The PTI-led coalition government’s proposed draft of Pakistan Electronic Media Regulatory Authority law reads more like a complete negation of the ruling party’s pledges made in its election manifesto with regard to the media freedom.
The objectives of the proposed authority appear to be media control rather than media regulation. More likely those who prepared the draft in question were dictated by dictatorial desires rather than democratic aspirations.
Being aware perhaps of the dictatorial nature of the proposed draft law, the authors while concluding its Annexure-A admit that a conflict could arise between the federation and the provinces as well as create a perception of authoritarianism:
“In existing law as provinces have powers in various regulatory processes such as authenticating declaration and circulation audit, etc, eliminating their role will create alarms. If the provinces come up with their own laws then there will be conflict. Any centralisation and simplification that infringe upon their jurisdiction will raise concerns. It is proposed that provinces should be taken on board while drafting the law.
“Decentralised media regulating bodies is a form of democratisation. Creating centralised structures working under a single command is against the spirit of democracy. The media may raise voice against centralisation. The facilitation process should be brought under but the regulation and accountability processes should work under the ‘boards of stakeholders’ with ‘sufficient autonomy’ within the new authority.”
One hopes that the proposal to take the provinces on board while drafting the law would be done through an open debate in the media and elsewhere, including inside the Council of Common Interests. Also, the promise of allowing ‘sufficient’ autonomy to ‘boards of stakeholders’ would need to be openly debated to define in clear legal terms what exactly would be the extent of the term ‘sufficient authority’. However, the most questionable provision of the draft ordinance relates to the ‘power of the federal government to issue directives.’
It says: “The federal government may, from time to time, issue directives to the authority on matters of policy. The directives may be issued with regard to the matters relating to Article 19 of the Constitution of Islamic Republic of Pakistan. If a question arises whether any matter is a matter of policy, the decision of the federal government shall be final.”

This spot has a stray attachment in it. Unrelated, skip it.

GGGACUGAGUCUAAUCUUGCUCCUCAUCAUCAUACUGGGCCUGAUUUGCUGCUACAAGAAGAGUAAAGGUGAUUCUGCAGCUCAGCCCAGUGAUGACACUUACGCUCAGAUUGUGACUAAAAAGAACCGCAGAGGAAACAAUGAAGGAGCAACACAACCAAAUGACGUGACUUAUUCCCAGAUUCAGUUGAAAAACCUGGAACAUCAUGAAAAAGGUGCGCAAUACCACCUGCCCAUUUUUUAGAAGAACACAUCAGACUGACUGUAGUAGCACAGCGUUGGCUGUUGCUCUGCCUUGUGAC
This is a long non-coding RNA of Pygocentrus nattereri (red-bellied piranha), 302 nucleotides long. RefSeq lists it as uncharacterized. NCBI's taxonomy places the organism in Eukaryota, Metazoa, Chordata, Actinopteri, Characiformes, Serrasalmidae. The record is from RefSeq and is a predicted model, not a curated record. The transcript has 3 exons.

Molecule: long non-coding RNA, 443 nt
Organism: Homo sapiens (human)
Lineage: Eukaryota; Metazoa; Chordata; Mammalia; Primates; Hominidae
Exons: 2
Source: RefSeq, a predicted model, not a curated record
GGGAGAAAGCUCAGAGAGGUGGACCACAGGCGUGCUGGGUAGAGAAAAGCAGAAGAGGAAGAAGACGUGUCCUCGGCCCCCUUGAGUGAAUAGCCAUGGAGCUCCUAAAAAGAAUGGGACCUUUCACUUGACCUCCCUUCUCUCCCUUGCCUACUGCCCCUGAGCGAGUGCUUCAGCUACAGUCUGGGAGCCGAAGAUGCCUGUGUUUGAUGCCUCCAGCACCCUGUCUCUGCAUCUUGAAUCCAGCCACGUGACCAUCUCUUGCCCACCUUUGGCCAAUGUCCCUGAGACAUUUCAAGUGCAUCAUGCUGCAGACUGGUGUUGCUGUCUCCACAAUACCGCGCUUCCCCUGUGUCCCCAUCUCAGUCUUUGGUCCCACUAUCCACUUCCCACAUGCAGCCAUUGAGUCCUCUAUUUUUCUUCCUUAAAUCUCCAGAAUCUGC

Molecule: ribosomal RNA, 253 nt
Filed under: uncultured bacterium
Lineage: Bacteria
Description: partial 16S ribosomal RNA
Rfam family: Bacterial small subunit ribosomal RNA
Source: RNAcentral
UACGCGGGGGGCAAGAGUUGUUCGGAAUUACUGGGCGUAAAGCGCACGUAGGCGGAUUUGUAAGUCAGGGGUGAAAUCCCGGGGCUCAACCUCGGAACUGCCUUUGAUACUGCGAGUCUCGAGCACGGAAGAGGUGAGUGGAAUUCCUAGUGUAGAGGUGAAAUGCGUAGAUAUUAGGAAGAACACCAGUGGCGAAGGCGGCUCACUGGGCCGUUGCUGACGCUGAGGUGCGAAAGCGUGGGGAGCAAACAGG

This provision seemingly allows the government of the day to violate Article 19 with complete impunity by classifying as a ’matter of policy’ any matter that would undermine its own vested political interest or exposed its policy errors and blunders. In fact this provision arms the government with a deadly weapon capable of curtailing drastically the extent of freedom allowed to the media under Article 19.
People in general underestimate the state’s power of disinformation. If there is one single well identified producer of fake news it is the state! Authorities have put pressure on enterprising investigative journalists and their potential sources using special laws against them.
The ‘war on terror’ has brought another dimension to this constant tension between intelligence/security agencies and investigative journalists. It is true, of course, that reporting on terrorism also means reporting on counter-terrorism, and on the way the conduct of the police, the intelligence services and the judiciary as well. And the last thing the authorities want is an exposé of their failings, incompetence or turf wars inside the ‘state security apparatus.’
Too often secrecy is being used not to protect legitimate national security interests but to hide official blunders or even illegal actions from the eyes of the public. Unjustified cover-ups and suppression of truth regarding crucial questions of public accountability have proven to have seriously damaged the process of democracy.